Constantine Hering was born on January 1,1800, in Oschatz Germany, Hering grew up in a religious household. He later became interested in, and studied, medicine at Leipzig University where his professor, Dr. Robbi, asked him to write a book disproving Hahnemann’s recently published the “Organon of Rational Medicine”. Hering read Hahnemann’s work, and immediately tested the claimed tenets on himself, as research for his anti–homeopathic critique. But instead of writing the negative review, he immediately quit the job and left the University to become one of the most influential proponents of homeopathy of all time. Hering graduated from the University of Liepzig (in 1826), writing his Doctoral Thesis on “De Medicina Futura” (The Medicine of the Future). Much to the chagrin of his professors, he confessed himself, unreservedly, to be a homeopath.
Hering was sent to Paramaribo, Surinam by his King (of Saxony) where he conducted Zoological and Botanical research for his government. Soon after, the King attempted to prevent Hering from publishing his prolific homeopathic findings, but instead, Hering resigned the post and became the Physician–in–Attendance for the governor of Surinam’s capital, Paramaribo. Hering began focusing his attention on the discovery of new homeopathic remedies, the attenuation’s and freshly quilled–data of which he would send, by sea, to Hahnemann in Paris, and to Stapf, his friend and publisher in Germany.
Hering accidentally proved the remedy Lachesis while he was triturating the Bushmasters venom in his home–laboratory in Paramaribo. He was attempting to find an improved substitute for the cowpox inoculation that Jenner was developing in Britain, which Hering felt was extremely dangerous and very heavy–handed for homeopathy. His interest and experience with snake venom led him to surmise that the saliva of a rabid dog, or powdered smallpox scabs, or any other disease products, viruses, or venom’s, might be prepared in the new Hahnemannian way to give a fail–safe method of curing disease. In this manner Hering unwittingly became the first in the Isopathic movement (eventually, he also unwittingly paralyzed his right side from further self–testing or “prufung” of higher and higher attenuations of Lachesis). Hering stayed in Paramaribo for six years then sailed for Philadelphia in 1833. His ship was destroyed in a storm when approaching the mainland of America, but Hering and the crew manned the longboats and made shore at Martha’s Vineyard where Hering settled before finally moving to Philadelphia. In 1848, Hering chartered the Hahnemann Medical College of Pennslyvania which is still considered to be one of greatest homeopathic teaching institutions of all time (next to Kents Post Graduate School). There Hering and his students treated over 50,000 patients a year and trained a total of 3500 homeopaths.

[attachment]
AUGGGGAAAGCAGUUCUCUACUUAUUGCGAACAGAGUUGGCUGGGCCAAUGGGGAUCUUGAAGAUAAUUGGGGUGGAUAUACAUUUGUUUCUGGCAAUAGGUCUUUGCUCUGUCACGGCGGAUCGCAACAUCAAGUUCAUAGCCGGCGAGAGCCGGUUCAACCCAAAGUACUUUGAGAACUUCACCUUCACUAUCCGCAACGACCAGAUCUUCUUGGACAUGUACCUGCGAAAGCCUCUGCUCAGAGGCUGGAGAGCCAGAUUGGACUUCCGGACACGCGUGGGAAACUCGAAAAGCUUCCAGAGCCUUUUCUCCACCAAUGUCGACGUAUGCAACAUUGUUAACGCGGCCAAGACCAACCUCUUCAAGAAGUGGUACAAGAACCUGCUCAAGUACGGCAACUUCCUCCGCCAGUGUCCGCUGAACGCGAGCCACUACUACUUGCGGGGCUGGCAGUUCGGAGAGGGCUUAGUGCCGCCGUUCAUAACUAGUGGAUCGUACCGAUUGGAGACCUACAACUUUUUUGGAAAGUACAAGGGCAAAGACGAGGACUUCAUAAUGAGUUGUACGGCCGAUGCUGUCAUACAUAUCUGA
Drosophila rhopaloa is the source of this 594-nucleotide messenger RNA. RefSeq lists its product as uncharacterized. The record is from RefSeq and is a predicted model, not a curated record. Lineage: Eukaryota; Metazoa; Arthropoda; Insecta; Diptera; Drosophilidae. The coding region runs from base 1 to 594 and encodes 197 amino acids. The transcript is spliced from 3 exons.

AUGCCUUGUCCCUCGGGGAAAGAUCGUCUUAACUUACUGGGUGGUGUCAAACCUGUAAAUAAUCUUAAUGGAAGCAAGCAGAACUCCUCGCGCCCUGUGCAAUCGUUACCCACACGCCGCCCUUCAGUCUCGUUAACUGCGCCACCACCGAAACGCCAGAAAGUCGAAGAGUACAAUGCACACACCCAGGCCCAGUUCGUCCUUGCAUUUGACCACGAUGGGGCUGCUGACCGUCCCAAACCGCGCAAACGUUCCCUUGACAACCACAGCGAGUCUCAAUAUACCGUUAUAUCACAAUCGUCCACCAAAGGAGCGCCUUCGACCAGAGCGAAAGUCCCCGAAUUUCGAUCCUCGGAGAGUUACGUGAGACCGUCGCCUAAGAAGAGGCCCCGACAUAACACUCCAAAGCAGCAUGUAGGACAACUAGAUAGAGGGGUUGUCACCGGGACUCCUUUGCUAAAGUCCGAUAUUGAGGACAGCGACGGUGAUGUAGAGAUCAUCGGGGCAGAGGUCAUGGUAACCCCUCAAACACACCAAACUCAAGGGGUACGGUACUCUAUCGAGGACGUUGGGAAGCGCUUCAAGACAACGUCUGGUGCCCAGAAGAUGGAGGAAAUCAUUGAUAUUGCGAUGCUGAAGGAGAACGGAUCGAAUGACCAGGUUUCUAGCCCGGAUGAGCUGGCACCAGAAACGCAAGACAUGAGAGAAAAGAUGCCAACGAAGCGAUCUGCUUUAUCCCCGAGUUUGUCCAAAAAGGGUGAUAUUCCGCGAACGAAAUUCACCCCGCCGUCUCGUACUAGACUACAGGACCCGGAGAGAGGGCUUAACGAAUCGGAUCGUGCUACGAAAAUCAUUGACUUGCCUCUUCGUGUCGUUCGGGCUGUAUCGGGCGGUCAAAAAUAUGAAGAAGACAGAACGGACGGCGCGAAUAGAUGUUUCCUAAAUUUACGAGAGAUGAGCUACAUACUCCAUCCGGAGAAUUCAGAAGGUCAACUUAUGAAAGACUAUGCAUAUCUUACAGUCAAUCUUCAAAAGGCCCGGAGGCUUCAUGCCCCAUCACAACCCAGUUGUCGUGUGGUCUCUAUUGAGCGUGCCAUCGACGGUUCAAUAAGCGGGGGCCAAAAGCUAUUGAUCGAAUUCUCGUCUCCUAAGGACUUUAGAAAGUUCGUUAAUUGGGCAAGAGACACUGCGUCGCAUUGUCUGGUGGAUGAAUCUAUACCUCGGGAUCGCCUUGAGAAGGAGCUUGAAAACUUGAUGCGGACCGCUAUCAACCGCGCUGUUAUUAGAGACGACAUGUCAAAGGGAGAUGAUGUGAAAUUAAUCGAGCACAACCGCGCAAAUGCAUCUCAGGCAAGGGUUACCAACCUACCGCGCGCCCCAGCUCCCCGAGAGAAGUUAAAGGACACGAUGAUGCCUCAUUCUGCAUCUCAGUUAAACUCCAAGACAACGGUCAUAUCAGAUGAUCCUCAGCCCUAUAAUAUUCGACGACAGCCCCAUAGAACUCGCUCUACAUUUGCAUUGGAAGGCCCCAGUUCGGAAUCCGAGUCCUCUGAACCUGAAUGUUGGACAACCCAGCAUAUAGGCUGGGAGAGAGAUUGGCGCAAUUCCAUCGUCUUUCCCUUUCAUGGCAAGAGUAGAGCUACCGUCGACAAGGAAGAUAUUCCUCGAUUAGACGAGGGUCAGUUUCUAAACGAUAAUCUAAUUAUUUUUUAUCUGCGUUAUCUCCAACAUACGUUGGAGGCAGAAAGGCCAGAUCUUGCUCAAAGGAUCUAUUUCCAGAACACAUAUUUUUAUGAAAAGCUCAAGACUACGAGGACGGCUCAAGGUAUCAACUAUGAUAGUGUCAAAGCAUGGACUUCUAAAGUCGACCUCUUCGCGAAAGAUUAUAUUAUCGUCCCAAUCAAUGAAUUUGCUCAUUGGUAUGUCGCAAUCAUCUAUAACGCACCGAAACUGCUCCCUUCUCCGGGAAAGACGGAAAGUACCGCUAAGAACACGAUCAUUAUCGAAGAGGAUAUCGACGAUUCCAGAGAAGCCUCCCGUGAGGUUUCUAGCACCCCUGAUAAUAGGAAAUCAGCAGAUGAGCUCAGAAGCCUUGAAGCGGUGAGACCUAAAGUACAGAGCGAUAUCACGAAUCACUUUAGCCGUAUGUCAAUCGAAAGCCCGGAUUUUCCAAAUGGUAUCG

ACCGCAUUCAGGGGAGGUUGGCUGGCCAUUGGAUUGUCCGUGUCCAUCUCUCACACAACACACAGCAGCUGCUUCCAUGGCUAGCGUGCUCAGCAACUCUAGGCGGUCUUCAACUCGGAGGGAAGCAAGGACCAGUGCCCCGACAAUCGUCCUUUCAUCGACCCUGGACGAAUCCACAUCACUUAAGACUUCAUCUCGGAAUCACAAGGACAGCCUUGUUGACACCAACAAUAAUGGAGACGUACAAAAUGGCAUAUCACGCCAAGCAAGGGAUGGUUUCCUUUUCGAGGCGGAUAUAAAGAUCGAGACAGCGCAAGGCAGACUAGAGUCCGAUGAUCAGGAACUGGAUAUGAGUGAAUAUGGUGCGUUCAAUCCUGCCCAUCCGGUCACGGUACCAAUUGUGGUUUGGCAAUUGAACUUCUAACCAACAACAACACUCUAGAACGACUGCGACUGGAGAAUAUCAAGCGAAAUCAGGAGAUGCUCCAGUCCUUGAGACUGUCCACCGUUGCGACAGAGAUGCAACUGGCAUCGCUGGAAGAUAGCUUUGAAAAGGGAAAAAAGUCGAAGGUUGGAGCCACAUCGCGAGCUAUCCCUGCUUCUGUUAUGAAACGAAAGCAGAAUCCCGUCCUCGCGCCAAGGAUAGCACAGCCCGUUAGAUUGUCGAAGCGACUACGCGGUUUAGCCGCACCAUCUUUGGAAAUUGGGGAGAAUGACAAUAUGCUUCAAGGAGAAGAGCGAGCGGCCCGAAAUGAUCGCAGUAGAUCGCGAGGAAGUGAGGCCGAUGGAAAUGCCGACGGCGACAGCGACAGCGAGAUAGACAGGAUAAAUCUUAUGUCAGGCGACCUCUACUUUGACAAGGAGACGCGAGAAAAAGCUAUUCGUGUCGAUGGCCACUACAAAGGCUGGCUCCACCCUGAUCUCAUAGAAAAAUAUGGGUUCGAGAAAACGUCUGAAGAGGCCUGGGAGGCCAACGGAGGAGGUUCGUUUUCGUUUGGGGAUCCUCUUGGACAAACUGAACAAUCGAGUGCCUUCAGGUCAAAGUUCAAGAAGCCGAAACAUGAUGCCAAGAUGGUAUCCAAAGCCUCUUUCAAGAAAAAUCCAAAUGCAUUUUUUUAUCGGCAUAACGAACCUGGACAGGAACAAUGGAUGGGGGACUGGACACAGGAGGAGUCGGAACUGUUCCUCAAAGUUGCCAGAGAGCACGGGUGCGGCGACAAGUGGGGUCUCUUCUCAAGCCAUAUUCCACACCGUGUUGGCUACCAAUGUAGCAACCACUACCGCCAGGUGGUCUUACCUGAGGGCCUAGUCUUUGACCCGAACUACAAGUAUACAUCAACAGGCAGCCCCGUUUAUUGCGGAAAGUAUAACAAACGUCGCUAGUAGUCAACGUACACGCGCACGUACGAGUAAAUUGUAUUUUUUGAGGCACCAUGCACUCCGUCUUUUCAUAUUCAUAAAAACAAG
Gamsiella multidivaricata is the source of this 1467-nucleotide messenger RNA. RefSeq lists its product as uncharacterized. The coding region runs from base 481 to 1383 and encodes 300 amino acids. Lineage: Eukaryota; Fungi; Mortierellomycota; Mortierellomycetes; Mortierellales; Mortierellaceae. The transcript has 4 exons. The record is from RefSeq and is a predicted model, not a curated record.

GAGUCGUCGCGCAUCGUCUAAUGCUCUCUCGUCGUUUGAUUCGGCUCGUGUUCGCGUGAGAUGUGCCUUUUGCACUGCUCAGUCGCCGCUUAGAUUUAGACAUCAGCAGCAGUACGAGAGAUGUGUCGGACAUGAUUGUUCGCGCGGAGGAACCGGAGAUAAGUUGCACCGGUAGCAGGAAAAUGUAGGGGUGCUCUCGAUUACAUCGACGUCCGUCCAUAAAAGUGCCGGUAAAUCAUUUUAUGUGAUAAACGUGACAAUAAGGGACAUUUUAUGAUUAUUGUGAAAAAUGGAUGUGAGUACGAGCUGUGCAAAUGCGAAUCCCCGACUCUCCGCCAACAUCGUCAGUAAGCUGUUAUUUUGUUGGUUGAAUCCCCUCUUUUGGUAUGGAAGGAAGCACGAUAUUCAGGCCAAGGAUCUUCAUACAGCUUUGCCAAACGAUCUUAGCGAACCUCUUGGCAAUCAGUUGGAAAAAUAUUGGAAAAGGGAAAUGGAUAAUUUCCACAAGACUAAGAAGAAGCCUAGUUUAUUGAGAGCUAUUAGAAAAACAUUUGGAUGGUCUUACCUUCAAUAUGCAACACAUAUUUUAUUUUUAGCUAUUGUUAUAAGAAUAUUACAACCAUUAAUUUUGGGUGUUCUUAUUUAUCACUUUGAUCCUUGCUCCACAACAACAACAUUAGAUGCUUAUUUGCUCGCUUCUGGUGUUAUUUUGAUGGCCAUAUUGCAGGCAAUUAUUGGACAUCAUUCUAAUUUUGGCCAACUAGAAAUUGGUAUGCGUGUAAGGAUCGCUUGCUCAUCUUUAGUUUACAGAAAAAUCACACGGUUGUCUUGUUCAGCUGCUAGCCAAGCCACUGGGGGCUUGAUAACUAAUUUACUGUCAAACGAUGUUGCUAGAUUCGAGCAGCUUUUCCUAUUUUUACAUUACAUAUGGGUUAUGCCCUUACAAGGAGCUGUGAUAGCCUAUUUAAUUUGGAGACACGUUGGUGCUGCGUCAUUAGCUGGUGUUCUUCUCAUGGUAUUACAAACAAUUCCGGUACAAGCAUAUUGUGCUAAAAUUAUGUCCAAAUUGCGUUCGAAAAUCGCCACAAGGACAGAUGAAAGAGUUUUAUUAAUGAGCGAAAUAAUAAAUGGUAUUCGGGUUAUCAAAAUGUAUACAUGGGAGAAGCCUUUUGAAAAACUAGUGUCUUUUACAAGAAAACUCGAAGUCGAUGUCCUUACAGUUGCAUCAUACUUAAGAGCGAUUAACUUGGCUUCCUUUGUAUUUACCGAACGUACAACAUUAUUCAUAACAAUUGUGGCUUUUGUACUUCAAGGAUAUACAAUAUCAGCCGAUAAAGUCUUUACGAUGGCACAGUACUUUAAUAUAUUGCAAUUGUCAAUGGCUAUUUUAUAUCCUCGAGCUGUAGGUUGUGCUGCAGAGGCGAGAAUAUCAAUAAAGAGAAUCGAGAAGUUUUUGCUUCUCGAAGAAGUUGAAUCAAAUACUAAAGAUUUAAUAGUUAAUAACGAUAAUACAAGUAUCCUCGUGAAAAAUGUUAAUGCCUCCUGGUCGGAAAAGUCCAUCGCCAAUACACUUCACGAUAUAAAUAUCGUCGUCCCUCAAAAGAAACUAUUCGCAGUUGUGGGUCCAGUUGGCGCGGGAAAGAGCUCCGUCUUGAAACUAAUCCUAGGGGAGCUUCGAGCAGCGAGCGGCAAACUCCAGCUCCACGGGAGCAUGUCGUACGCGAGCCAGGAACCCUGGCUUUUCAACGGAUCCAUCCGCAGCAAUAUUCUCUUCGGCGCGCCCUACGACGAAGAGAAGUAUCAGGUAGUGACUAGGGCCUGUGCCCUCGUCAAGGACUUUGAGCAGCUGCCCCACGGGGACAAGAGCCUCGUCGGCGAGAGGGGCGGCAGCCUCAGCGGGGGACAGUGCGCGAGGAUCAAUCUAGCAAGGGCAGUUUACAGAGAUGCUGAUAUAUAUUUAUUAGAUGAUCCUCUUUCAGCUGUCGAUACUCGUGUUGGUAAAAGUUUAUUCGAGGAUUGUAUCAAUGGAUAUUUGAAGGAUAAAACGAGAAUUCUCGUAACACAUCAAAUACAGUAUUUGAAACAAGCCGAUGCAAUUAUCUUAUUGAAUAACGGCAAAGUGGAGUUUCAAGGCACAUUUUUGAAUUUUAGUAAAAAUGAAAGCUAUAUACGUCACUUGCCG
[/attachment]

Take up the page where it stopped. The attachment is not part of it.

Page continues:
Hering began organizing his voluminous notes into his still popular classic “The Guiding Symptoms of Our Materia Medica” the year before he died, in 1879, and it was completed by his students and published posthumously in 1891. Constantine Hering is widely known as “The Father of American Homeopathy” and was profoundly revered by his contemporaries. For the last forty years of his life, he could be seen striding the avenues of Philadelphia, scribbling down voluminous data into an immense collection of notebooks he kept. If he passed another homeopath on the street Hering would greet him with friendly salutations and then press him for as many new discoveries found in his practice as he would give, the finer points of which Hering would enter into one of the well–worn notebooks. Constantine Hering lived and died by his motto: Die milde Macht ist gross, “The force of gentleness is magnificent”.
(Photo: The original painting is on wood (the white spots are missing flakes of paint), and it is hanging at he National Center for Homeopathy in Philadelphia)